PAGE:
WHEN IS BIG TOO BIG?
Fans have often asked when is big to big with regards to Cirque du Soleil. When
will it happen that Cirque du Soleil unhappily realizes, as it explodes to 22 shows
across the globe (including an octet on the Strip), a 3D movie in production and
contributions to the Super Bowl and the Oscars in a single month, that it has
sacrificed its edge? Daniel Lamarre hopes never to find out. “We don’t want to be
big. Being bigger is not an objective for us. Being better is an objective for us.
We don’t like to be called ‘big,’ we don’t like to be called ‘multinational’ because
we don’t feel that way. You have no idea how much we are investing in research and
development,” Lamarre says. “I don’t want to wake up one day and hear someone say,
‘Cirque was great in the ’90s and the early 2000s, but now there is this other company
doing better.’ The only way to protect ourselves from that is to do what we are doing
— to invest in R&D.” The company spends more than $10 million a year on research and
Too big or not, the company did have a difficult year. Daniel Lamarre admitted as
much sitting with Pat Donnelly of the Montreal Gazette. “[We had two shows in Japan,
ZED (at Tokyo Disney), that we had to
shut down because of the economy, and Kooza,
that had to rest for a month. That was probably the toughest and the most unexpected
blow that we had to face. Right now, we are looking to this new show
(Amaluna) and to our organization to
consolidate the position we are in.” He goes on to say that ticket sales for
Amaluna have been brisk, and has
cited the aggressive push into new markets. "In the last five years, we've opened
another 250 new cities — that's because of our arena shows. For big-top shows, we have
to be in a city for at least four weeks; we have to sell about 100,000 tickets. But
with an arena show, you can be there for a night or two, sell 30,000 tickets and we're
happy. In the U.S., there were about 50 cities we have never been to before we started
the arena shows."
Alas, it was the lack of ticket sales that doomed two other shows this year:
ZAIA (on Feb 7th) and
IRIS (on November 30th, with final shows
in January 2013). ZAIA had been on pins
and needles for most of its run, but IRIS?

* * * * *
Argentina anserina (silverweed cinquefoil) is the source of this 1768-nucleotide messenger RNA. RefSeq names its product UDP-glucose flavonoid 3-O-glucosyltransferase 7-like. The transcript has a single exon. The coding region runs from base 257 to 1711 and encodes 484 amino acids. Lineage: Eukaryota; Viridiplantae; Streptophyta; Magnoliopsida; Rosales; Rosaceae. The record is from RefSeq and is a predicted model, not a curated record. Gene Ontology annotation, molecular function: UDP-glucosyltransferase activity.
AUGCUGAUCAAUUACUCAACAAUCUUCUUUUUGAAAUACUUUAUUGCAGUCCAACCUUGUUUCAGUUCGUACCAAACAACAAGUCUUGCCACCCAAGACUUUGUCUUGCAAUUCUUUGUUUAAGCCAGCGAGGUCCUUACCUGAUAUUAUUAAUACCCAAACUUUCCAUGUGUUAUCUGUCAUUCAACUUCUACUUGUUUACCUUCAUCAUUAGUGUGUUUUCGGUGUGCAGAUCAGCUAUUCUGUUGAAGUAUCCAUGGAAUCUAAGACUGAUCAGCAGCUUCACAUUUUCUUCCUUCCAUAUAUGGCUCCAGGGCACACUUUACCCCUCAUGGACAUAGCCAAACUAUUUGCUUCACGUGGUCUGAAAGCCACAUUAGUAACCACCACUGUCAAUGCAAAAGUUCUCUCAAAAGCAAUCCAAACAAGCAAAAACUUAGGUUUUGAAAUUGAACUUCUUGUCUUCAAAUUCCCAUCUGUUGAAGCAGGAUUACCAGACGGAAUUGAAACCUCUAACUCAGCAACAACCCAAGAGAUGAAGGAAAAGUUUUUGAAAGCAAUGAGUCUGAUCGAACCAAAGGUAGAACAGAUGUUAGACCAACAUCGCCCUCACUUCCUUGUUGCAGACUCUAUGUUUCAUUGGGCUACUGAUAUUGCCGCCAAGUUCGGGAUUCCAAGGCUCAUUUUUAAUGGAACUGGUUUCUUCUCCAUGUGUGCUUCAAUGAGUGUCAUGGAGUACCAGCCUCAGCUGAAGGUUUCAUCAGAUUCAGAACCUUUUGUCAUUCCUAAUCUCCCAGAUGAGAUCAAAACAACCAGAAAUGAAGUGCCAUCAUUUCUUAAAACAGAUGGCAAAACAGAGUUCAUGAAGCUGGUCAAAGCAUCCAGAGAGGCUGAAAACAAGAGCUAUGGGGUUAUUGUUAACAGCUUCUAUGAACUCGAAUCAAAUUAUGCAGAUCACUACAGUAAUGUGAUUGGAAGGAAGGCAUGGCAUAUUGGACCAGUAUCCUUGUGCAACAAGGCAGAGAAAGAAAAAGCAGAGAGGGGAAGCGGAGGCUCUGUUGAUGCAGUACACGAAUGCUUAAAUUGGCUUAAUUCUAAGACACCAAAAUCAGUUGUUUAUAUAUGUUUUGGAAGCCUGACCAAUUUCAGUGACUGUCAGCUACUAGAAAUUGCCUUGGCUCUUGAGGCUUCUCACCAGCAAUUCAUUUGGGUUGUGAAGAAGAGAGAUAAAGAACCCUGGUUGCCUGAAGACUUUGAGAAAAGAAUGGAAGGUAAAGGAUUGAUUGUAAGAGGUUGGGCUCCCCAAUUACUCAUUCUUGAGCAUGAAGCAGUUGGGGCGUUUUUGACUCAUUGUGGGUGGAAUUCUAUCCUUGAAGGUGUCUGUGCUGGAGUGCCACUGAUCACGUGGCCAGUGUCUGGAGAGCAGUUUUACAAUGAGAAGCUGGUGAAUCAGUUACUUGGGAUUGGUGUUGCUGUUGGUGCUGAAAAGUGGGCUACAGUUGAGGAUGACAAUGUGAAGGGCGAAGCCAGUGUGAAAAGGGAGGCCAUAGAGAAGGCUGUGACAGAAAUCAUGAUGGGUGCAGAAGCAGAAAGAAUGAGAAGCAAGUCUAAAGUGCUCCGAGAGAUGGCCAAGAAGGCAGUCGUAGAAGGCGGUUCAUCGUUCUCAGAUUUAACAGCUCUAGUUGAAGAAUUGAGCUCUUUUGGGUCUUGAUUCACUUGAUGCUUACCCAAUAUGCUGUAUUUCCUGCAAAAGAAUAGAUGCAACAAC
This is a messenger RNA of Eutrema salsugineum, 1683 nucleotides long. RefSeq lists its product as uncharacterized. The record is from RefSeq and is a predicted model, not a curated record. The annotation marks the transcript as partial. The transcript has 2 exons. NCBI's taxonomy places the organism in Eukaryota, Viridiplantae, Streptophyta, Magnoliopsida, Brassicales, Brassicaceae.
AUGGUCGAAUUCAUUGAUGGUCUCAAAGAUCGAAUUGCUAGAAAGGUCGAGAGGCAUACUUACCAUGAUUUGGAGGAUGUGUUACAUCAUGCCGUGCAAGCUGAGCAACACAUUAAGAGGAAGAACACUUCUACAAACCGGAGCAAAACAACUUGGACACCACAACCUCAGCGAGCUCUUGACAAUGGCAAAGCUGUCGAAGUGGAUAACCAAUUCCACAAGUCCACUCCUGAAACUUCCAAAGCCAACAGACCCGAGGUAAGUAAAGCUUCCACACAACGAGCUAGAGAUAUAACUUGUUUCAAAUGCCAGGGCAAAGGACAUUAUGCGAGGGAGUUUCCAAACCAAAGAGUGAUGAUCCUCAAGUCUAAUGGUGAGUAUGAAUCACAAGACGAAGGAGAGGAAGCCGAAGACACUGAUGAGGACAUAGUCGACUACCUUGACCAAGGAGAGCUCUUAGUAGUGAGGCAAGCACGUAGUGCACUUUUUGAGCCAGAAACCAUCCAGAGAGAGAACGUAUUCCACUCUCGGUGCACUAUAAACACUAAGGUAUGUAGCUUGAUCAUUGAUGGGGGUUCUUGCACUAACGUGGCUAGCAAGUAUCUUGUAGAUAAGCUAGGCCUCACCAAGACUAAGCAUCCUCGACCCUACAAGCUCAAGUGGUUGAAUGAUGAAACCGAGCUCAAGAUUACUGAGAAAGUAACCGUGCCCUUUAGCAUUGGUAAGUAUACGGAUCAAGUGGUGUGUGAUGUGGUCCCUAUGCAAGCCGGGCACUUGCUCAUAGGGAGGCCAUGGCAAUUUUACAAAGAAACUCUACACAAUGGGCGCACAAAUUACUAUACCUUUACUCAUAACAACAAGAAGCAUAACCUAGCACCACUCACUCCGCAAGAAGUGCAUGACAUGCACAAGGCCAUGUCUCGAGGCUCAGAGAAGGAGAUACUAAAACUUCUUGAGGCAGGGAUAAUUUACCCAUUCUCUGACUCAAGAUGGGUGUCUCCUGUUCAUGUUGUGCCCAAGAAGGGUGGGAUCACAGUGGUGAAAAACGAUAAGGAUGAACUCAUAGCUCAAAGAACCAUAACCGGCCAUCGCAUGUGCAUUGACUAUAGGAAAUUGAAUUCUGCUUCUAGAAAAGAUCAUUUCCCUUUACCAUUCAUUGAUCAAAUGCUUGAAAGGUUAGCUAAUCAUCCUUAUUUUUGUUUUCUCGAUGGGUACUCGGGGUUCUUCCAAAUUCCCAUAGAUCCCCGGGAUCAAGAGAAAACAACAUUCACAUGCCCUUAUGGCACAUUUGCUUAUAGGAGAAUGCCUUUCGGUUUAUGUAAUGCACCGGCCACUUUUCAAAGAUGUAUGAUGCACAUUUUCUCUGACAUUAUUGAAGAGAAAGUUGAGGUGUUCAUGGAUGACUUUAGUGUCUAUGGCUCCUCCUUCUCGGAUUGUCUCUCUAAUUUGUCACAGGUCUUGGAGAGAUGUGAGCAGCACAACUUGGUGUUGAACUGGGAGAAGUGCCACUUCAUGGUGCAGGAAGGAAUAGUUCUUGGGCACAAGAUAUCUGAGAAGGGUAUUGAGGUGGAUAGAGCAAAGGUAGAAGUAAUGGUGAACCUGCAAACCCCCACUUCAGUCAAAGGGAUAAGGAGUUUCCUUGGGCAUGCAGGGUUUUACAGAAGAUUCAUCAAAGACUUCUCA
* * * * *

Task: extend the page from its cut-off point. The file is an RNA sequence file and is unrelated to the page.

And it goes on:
Why did it fail? Despite phenomenal reviews and enthusiastic audience response, demand
for IRIS had not met projections. Shortly
after the IRIS [closing] announcement,
it was revealed in the francophone media that there had been 30 layoffs at Cirque
headquarters, including three vice-presidents. In La Presse,
IRIS losses were estimated at $20 million
(plus an initial investment of $45 million, for a total of $65 million). Gilles Ste-Croix
had said seasonal layoffs happen every year at Cirque, where many people work on
contract, but he didn't deny that the company was going through a period of
adjustment. He also admitted to being worried about market saturation. What the
Cirque is doing now, he said, is slowing down its pace. "It's a timing situation,
where the market is low right now," he said. "So there is less demand. And we have
developed a lot. We are covering lots of markets." It's the new ones, in South America
and Asia, that are offering hope, he added.
Head of Cirque public relations, Renée-Claude Ménard, said: "We are basically
adjusting our operation to reflect our new reality of 2012. Our growth was very rapid
in the last five years and production schedules and operations adjusted to that pace.
We have now achieved a more normal production pace. So we are reviewing all of our
operations over the next months to reflect this new reality."
NOT ALL DOOM AND GLOOM
But 2012 wasn't all doom and gloom, even if we did have to say goodbye to
Saltimbanco by year's end.
Besides launching yet another successful touring show (the aforementioned